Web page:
Ray Nagin re-elected New Orleans mayor

Sunday, May 21, 2006

New Orleans Mayor Ray Nagin won re-election Saturday night, successfully weathering a challenge from Louisiana Lieutenant Governor Mitch Landrieu and allowing him to oversee the continued rebuilding of the Louisiana city decimated by Hurricane Katrina.

With all 442 precincts reporting, Nagin won 59,460 votes (52.3%) to Landrieu's 54,131 votes (47.7%). The two candidates had been neck-and-neck in the returns through the night. Early returns with 22% of precincts reporting showed Nagin leading 51% to 49%, while a later update with 48% of precincts showed Landrieu with the lead with the same margin.

Nagin first won the office in 2002, winning 76,469 votes (58.72%). Nagin, a Cable Executive, defeated New Orleans police chief, Richard Pennington, in that election by a lead of more than 22,000 votes with Pennington receiving 53,781 votes (41.29%). The total votes cast for both mayoral candidates in 2002 was 130,250 in comparison with the 113,591 total votes cast in this latest election.

Both Nagin and Landrieu called for the citizens of New Orleans to work together in unity. Nagin, in his victory speech, said, "It's time for us to stop the bickering. It's time for us to stop measuring things in black and white and yellow and Asian. It's time for us to be one New Orleans."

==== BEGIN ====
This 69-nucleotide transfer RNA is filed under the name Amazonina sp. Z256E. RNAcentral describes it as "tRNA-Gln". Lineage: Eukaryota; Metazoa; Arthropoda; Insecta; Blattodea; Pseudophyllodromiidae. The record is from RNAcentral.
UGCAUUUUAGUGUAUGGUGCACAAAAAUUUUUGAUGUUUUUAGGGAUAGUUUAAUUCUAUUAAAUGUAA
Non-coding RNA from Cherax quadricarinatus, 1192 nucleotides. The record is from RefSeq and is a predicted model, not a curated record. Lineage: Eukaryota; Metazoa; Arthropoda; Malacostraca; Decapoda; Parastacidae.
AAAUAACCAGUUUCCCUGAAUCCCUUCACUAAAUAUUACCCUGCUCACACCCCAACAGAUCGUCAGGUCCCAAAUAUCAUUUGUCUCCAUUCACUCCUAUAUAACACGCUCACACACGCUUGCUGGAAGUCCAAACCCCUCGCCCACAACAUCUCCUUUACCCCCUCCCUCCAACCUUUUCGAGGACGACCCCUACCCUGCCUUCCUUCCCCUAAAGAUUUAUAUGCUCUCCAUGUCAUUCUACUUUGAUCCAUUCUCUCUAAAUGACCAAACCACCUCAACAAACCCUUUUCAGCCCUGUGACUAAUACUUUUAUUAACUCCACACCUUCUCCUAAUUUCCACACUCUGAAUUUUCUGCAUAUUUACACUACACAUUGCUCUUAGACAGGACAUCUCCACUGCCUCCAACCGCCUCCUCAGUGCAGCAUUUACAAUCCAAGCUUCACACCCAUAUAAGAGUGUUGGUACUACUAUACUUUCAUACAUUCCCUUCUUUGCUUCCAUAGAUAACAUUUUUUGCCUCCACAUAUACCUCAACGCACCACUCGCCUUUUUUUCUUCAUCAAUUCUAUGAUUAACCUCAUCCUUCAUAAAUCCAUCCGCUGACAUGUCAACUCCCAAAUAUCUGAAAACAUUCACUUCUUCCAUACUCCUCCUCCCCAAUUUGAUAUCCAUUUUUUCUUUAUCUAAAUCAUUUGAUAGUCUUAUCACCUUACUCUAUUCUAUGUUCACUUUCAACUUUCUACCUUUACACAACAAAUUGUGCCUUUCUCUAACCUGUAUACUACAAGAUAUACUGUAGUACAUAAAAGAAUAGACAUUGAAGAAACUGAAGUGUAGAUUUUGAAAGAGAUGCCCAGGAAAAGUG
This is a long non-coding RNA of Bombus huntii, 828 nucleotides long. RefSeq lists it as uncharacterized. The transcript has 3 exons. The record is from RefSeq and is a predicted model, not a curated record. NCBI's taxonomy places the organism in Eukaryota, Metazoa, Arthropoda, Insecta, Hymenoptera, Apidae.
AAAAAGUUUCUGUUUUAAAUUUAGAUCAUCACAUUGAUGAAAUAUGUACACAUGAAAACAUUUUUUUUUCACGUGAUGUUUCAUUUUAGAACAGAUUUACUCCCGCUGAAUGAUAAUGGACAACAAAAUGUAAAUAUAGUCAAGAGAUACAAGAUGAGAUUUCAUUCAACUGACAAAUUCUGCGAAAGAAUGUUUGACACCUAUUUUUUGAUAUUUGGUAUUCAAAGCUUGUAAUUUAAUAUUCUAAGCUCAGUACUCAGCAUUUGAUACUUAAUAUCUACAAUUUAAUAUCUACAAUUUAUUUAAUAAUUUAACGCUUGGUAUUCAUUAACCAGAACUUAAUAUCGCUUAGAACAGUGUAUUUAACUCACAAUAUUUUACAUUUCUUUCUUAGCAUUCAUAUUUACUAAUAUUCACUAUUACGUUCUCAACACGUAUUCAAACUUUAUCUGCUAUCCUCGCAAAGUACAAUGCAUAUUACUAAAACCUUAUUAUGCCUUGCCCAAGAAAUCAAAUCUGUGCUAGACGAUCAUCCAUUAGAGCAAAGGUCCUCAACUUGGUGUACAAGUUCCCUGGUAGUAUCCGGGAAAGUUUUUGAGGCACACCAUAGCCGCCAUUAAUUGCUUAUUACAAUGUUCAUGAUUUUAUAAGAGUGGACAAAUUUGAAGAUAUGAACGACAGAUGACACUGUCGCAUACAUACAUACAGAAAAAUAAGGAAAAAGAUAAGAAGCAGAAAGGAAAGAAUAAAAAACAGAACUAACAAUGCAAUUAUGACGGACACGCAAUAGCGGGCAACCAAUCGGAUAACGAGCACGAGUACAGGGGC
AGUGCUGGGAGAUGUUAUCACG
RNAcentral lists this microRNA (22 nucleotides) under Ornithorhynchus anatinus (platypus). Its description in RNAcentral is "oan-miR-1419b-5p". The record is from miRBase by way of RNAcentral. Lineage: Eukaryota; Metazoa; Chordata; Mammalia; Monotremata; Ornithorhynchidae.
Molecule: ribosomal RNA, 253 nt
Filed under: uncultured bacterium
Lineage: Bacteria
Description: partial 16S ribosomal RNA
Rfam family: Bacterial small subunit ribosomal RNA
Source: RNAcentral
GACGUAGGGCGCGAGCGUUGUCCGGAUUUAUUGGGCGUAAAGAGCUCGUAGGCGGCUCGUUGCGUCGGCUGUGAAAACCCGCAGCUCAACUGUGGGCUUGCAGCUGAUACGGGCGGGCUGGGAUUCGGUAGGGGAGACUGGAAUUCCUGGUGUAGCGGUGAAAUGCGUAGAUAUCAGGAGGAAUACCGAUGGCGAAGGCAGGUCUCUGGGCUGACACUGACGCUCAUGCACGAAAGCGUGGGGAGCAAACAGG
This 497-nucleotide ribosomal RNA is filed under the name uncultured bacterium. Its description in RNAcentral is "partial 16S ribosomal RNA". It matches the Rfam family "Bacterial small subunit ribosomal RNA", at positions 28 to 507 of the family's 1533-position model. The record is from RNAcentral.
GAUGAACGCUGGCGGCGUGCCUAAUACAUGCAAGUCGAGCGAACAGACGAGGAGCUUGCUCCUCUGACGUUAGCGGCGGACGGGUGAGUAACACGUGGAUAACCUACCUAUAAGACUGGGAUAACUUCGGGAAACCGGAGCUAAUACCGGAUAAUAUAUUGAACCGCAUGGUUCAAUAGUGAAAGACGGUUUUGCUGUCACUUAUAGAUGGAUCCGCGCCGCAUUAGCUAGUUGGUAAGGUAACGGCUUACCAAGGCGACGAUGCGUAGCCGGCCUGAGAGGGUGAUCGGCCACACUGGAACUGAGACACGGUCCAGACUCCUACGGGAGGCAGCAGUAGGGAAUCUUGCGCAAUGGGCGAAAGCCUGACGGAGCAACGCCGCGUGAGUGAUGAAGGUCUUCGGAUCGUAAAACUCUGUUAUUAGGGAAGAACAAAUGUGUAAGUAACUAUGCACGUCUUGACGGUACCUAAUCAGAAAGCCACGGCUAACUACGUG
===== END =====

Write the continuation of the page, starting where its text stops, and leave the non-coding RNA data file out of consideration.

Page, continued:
Landrieu struck a similar tone in his concession speech: "One thing is for sure that we as a people have got to come together so we can speak with one voice and one purpose," he said. "Join with me in supporting Mayor Nagin."

Nagin and Landrieu, both Democrats, agreed on most issues confronting New Orleans, including upholding the right of residents to rebuild in all areas of the city, and lobbying for increased recovery aid and upgraded levee protection.

What differentiated the two candidates was leadership style. Nagin, a former cable executive is best known for his maverick, straight-talking, political-outsider style, and his sometimes controversial remarks to the media in the aftermath of Katrina. Landrieu, a member of a prominent political family in Louisiana, emphasized his ability to reach consensus and bring people together during the campaign.

Race also appears to have played a factor, with Nagin winning majority black neighborhoods and Landrieu winning majority white neighborhoods. However, Nagin did also get a significant crossover vote from the more heavily populated, predominantly white neighborhoods. In 2002, both mayoral candidates, Nagin and Pennington, were black. Nagin won 100% of predominantly white precincts in that election while his opponent faired better in predominantly black precincts.

Louisiana Secretary of State Al Ater said that turnout was comparable to the April 22 primary, when about 37 percent of eligible voters cast ballots.

Nagin's new term begins May 31, one day before the Atlantic hurricane season begins.